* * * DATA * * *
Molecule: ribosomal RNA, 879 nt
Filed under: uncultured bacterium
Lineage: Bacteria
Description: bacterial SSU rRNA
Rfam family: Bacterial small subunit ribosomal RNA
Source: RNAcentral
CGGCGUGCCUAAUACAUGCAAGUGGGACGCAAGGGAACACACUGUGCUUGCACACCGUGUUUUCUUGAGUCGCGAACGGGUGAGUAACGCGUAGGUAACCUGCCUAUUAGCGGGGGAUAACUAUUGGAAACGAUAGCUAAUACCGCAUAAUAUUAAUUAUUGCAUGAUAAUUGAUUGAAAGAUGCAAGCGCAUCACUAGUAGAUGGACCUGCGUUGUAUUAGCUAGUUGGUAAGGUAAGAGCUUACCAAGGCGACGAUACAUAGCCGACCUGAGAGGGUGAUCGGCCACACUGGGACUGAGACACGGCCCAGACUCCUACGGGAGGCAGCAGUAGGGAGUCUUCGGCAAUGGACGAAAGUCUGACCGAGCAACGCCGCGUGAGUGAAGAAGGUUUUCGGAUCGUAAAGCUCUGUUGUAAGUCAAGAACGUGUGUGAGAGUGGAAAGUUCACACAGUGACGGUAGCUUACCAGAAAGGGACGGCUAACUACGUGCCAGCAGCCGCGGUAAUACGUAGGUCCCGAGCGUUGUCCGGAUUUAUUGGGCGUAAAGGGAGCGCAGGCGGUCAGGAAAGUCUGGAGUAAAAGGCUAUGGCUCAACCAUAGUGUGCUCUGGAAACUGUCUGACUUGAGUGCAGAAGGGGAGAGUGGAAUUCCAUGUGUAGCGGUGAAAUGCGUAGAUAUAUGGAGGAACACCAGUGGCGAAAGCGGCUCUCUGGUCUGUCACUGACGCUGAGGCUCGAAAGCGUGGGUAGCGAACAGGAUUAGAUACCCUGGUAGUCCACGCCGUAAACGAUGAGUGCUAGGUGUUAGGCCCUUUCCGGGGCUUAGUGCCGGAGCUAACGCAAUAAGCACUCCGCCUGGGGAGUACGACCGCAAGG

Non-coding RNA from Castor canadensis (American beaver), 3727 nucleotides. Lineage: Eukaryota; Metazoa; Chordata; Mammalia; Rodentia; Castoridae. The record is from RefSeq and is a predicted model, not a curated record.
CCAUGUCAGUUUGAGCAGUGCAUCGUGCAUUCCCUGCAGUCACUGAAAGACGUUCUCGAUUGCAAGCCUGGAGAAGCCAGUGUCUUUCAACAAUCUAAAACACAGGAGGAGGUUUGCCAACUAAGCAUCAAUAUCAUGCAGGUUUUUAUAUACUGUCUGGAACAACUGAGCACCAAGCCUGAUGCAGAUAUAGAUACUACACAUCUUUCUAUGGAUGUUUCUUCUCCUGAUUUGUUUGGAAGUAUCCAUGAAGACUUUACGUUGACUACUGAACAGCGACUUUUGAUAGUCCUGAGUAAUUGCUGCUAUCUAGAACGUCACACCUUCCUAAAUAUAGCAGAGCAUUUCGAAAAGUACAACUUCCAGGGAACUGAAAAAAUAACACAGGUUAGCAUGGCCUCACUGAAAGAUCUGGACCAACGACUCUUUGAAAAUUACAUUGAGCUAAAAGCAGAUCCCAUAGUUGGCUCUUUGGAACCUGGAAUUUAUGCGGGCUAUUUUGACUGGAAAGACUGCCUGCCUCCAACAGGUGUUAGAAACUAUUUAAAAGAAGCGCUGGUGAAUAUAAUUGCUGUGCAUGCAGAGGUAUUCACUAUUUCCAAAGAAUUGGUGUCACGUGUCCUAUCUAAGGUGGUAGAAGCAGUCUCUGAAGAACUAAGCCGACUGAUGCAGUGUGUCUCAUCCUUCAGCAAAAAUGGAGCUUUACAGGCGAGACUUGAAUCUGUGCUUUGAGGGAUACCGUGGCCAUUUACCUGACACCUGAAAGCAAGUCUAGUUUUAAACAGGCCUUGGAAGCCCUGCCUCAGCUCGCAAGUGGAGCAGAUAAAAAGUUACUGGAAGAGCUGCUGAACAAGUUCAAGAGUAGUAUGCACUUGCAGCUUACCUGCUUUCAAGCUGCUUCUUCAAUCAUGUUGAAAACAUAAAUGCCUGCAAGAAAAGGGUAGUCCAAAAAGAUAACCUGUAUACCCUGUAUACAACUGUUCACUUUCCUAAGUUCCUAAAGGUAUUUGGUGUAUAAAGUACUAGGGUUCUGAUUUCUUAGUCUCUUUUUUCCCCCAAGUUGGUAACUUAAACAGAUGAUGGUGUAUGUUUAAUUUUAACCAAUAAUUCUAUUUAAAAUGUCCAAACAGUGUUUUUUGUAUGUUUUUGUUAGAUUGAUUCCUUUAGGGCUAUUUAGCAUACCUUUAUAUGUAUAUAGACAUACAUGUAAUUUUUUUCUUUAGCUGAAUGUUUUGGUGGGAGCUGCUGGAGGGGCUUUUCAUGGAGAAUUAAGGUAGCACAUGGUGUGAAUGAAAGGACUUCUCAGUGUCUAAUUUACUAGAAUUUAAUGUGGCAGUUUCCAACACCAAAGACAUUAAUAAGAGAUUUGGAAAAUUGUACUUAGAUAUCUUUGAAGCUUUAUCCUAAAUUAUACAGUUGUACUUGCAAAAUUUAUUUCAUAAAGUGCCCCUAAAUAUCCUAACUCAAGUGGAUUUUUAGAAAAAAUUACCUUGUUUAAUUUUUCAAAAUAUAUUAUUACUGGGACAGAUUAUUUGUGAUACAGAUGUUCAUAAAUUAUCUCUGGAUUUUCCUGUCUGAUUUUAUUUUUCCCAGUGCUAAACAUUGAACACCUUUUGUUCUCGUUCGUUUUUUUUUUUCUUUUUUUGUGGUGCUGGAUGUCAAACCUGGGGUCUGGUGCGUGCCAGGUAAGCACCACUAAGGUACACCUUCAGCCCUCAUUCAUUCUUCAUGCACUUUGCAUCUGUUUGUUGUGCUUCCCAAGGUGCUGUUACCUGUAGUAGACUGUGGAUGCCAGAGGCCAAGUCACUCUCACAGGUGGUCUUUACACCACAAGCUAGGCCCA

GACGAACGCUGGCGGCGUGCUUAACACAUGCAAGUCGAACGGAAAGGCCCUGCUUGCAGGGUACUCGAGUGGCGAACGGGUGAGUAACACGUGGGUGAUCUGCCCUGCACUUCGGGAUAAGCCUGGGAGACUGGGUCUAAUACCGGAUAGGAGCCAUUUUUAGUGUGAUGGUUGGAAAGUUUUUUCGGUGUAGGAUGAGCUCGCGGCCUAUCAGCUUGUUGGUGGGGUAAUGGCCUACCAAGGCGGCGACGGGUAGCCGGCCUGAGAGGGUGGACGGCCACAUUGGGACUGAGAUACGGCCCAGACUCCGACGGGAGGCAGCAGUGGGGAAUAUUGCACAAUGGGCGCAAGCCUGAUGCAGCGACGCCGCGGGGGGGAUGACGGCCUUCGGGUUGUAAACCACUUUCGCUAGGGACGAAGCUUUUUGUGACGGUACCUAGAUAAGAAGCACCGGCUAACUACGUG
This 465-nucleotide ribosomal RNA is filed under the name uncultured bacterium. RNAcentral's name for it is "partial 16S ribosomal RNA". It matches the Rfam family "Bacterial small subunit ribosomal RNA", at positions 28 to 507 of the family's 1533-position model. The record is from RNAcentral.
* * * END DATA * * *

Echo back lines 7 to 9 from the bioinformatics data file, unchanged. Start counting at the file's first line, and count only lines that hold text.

CGGCGUGCCUAAUACAUGCAAGUGGGACGCAAGGGAACACACUGUGCUUGCACACCGUGUUUUCUUGAGUCGCGAACGGGUGAGUAACGCGUAGGUAACCUGCCUAUUAGCGGGGGAUAACUAUUGGAAACGAUAGCUAAUACCGCAUAAUAUUAAUUAUUGCAUGAUAAUUGAUUGAAAGAUGCAAGCGCAUCACUAGUAGAUGGACCUGCGUUGUAUUAGCUAGUUGGUAAGGUAAGAGCUUACCAAGGCGACGAUACAUAGCCGACCUGAGAGGGUGAUCGGCCACACUGGGACUGAGACACGGCCCAGACUCCUACGGGAGGCAGCAGUAGGGAGUCUUCGGCAAUGGACGAAAGUCUGACCGAGCAACGCCGCGUGAGUGAAGAAGGUUUUCGGAUCGUAAAGCUCUGUUGUAAGUCAAGAACGUGUGUGAGAGUGGAAAGUUCACACAGUGACGGUAGCUUACCAGAAAGGGACGGCUAACUACGUGCCAGCAGCCGCGGUAAUACGUAGGUCCCGAGCGUUGUCCGGAUUUAUUGGGCGUAAAGGGAGCGCAGGCGGUCAGGAAAGUCUGGAGUAAAAGGCUAUGGCUCAACCAUAGUGUGCUCUGGAAACUGUCUGACUUGAGUGCAGAAGGGGAGAGUGGAAUUCCAUGUGUAGCGGUGAAAUGCGUAGAUAUAUGGAGGAACACCAGUGGCGAAAGCGGCUCUCUGGUCUGUCACUGACGCUGAGGCUCGAAAGCGUGGGUAGCGAACAGGAUUAGAUACCCUGGUAGUCCACGCCGUAAACGAUGAGUGCUAGGUGUUAGGCCCUUUCCGGGGCUUAGUGCCGGAGCUAACGCAAUAAGCACUCCGCCUGGGGAGUACGACCGCAAGG

Non-coding RNA from Castor canadensis (American beaver), 3727 nucleotides. Lineage: Eukaryota; Metazoa; Chordata; Mammalia; Rodentia; Castoridae. The record is from RefSeq and is a predicted model, not a curated record.
CCAUGUCAGUUUGAGCAGUGCAUCGUGCAUUCCCUGCAGUCACUGAAAGACGUUCUCGAUUGCAAGCCUGGAGAAGCCAGUGUCUUUCAACAAUCUAAAACACAGGAGGAGGUUUGCCAACUAAGCAUCAAUAUCAUGCAGGUUUUUAUAUACUGUCUGGAACAACUGAGCACCAAGCCUGAUGCAGAUAUAGAUACUACACAUCUUUCUAUGGAUGUUUCUUCUCCUGAUUUGUUUGGAAGUAUCCAUGAAGACUUUACGUUGACUACUGAACAGCGACUUUUGAUAGUCCUGAGUAAUUGCUGCUAUCUAGAACGUCACACCUUCCUAAAUAUAGCAGAGCAUUUCGAAAAGUACAACUUCCAGGGAACUGAAAAAAUAACACAGGUUAGCAUGGCCUCACUGAAAGAUCUGGACCAACGACUCUUUGAAAAUUACAUUGAGCUAAAAGCAGAUCCCAUAGUUGGCUCUUUGGAACCUGGAAUUUAUGCGGGCUAUUUUGACUGGAAAGACUGCCUGCCUCCAACAGGUGUUAGAAACUAUUUAAAAGAAGCGCUGGUGAAUAUAAUUGCUGUGCAUGCAGAGGUAUUCACUAUUUCCAAAGAAUUGGUGUCACGUGUCCUAUCUAAGGUGGUAGAAGCAGUCUCUGAAGAACUAAGCCGACUGAUGCAGUGUGUCUCAUCCUUCAGCAAAAAUGGAGCUUUACAGGCGAGACUUGAAUCUGUGCUUUGAGGGAUACCGUGGCCAUUUACCUGACACCUGAAAGCAAGUCUAGUUUUAAACAGGCCUUGGAAGCCCUGCCUCAGCUCGCAAGUGGAGCAGAUAAAAAGUUACUGGAAGAGCUGCUGAACAAGUUCAAGAGUAGUAUGCACUUGCAGCUUACCUGCUUUCAAGCUGCUUCUUCAAUCAUGUUGAAAACAUAAAUGCCUGCAAGAAAAGGGUAGUCCAAAAAGAUAACCUGUAUACCCUGUAUACAACUGUUCACUUUCCUAAGUUCCUAAAGGUAUUUGGUGUAUAAAGUACUAGGGUUCUGAUUUCUUAGUCUCUUUUUUCCCCCAAGUUGGUAACUUAAACAGAUGAUGGUGUAUGUUUAAUUUUAACCAAUAAUUCUAUUUAAAAUGUCCAAACAGUGUUUUUUGUAUGUUUUUGUUAGAUUGAUUCCUUUAGGGCUAUUUAGCAUACCUUUAUAUGUAUAUAGACAUACAUGUAAUUUUUUUCUUUAGCUGAAUGUUUUGGUGGGAGCUGCUGGAGGGGCUUUUCAUGGAGAAUUAAGGUAGCACAUGGUGUGAAUGAAAGGACUUCUCAGUGUCUAAUUUACUAGAAUUUAAUGUGGCAGUUUCCAACACCAAAGACAUUAAUAAGAGAUUUGGAAAAUUGUACUUAGAUAUCUUUGAAGCUUUAUCCUAAAUUAUACAGUUGUACUUGCAAAAUUUAUUUCAUAAAGUGCCCCUAAAUAUCCUAACUCAAGUGGAUUUUUAGAAAAAAUUACCUUGUUUAAUUUUUCAAAAUAUAUUAUUACUGGGACAGAUUAUUUGUGAUACAGAUGUUCAUAAAUUAUCUCUGGAUUUUCCUGUCUGAUUUUAUUUUUCCCAGUGCUAAACAUUGAACACCUUUUGUUCUCGUUCGUUUUUUUUUUUCUUUUUUUGUGGUGCUGGAUGUCAAACCUGGGGUCUGGUGCGUGCCAGGUAAGCACCACUAAGGUACACCUUCAGCCCUCAUUCAUUCUUCAUGCACUUUGCAUCUGUUUGUUGUGCUUCCCAAGGUGCUGUUACCUGUAGUAGACUGUGGAUGCCAGAGGCCAAGUCACUCUCACAGGUGGUCUUUACACCACAAGCUAGGCCCA